eISSN: 2345-2781  



First published online: 20 Dec 2016
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. 2017;6(3):199-204.
doi: 10.15171/jrip.2017.38

Original Article

Comparative study of community acute kidney injury in young patients versus elderly patients in an internal medicine department in Abidjan (Côte d’Ivoire)

Kouamé Hubert Yao 1 * , Monlet Cyr Guei 2, Weu Melanie Tia 2, Serge Didier Konan 1, Séry Patrick Diopoh 1, Sindou Sanogo 1

1 Department of Nephrology and Internal Medicine, University Hospital of Treichville, Abidjan, Côte d’Ivoire
2 Department of Nephrology University Hospital of Yopougon, Abidjan, Côte d’Ivoire
*Corresponding author: Kouamé Hubert Yao, Email: yaohubert@yahoo.fr

Abstract

Introduction: Numerous studies have shown that the recovery of renal function was slower and less complete in the elderly patients than in adults.

Objectives: To compare the profile of acute kidney injury (AKI) of the young patients with that of the elderly patients.

Patients and Methods: This is a prospective study carried out during the period from January 2010 to December 2015 in the department of Nephrology-Internal Medicine of the University hospital of Treichville. The diagnosis of AKI was retained according to Kidney Disease: Improving Global Outcomes (KDIGO) criteria.

Results: The mean age of patients was 26.8 ± 6 years in the young and 69.4 ± 7 years in the elderly. The proportion of males was 51.9% (55/106) in the young patients against 77.8% (84/108) in the elderly patients (P = 0.0001). The proportion of hypertension and diabetes in the elderly patients, respectively 30.6% and 36.1% was statistically higher than in the young patients (P = 0.001). However, human immunodeficiency virus (HIV) infection was more prevalent in the young patients (P = 0.0001). Anemia was observed in 84.9% in the young patients against 58.3% in the elderly patients (P = 0.001). It was severe in 34% among the young patients against 15.7% among the elderly patients (P = 0.002). The proportion of drug AKI was 17% in the young patients against 2.8% in the elderly patients (P = 0.0001). Malignant hypertension (P = 0.002) and urinary tract tumors (P = 0.001) were more observed in the elderly patients. Mortality was 31.1% in the young patients against 47.2% in the elderly patients (P = 0.011).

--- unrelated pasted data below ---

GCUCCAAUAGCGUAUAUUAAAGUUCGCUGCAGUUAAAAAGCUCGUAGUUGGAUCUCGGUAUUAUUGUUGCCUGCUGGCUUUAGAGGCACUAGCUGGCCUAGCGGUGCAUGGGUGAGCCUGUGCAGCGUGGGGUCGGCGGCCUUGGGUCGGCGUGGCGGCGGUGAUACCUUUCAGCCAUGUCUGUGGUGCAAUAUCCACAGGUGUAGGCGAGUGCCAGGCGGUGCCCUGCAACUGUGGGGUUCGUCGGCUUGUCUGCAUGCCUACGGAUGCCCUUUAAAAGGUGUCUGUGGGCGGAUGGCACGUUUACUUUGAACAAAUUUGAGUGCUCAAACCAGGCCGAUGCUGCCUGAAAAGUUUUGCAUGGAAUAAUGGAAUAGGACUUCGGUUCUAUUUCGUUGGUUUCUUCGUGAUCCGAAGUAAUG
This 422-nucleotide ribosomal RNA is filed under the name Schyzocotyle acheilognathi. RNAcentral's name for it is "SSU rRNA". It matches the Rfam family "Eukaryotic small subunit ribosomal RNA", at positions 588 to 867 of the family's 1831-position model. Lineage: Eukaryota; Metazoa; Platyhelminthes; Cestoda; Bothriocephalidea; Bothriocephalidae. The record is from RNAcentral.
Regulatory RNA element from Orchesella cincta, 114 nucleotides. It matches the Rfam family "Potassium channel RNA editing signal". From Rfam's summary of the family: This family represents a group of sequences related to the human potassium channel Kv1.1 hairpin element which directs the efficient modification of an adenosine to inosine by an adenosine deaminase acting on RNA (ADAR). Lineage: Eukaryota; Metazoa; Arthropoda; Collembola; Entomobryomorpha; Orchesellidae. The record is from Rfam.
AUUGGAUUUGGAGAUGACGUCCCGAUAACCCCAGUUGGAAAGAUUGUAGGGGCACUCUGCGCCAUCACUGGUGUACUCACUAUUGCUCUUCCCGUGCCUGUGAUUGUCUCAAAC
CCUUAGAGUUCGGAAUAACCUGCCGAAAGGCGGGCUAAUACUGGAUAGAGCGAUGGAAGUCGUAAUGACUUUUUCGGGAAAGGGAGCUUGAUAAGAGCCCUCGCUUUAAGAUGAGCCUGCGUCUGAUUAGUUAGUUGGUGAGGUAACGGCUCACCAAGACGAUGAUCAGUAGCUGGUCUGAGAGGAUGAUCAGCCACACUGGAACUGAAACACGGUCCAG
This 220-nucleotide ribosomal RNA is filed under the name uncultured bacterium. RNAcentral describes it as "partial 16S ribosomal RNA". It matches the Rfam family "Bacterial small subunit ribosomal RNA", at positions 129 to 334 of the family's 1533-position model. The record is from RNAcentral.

Conclusion: The etiologies are the same with different proportions, except malignant hypertension observed only in the elderly patients. Mortality is higher in the elderly patients.

Implication for health policy/practice/research/medical education:

In our study, we found that regardless of age, infection is the leading cause of acute kidney injury (AKI). Drug-induced AKI is more common in young adults. On the other hand, benign tumor of the urinary tract and malignant hypertension are more found in the elderly. In addition, mortality and non-recovery of renal function are higher in the elderly. The causes of death and the factors associated with mortality and non recovery of renal function differ in both groups.

Please cite this paper as: Yao KH, Guei MC, Tia WM, Konan SD, Diopoh SP, Sanogo S. Comparative study of community acute kidney injury in young patients versus elderly patients in an internal medicine department in Abidjan (Côte d’Ivoire). J Renal Inj Prev. 2017;6(3):199-204. DOI: 10.15171/jrip.2017.38.

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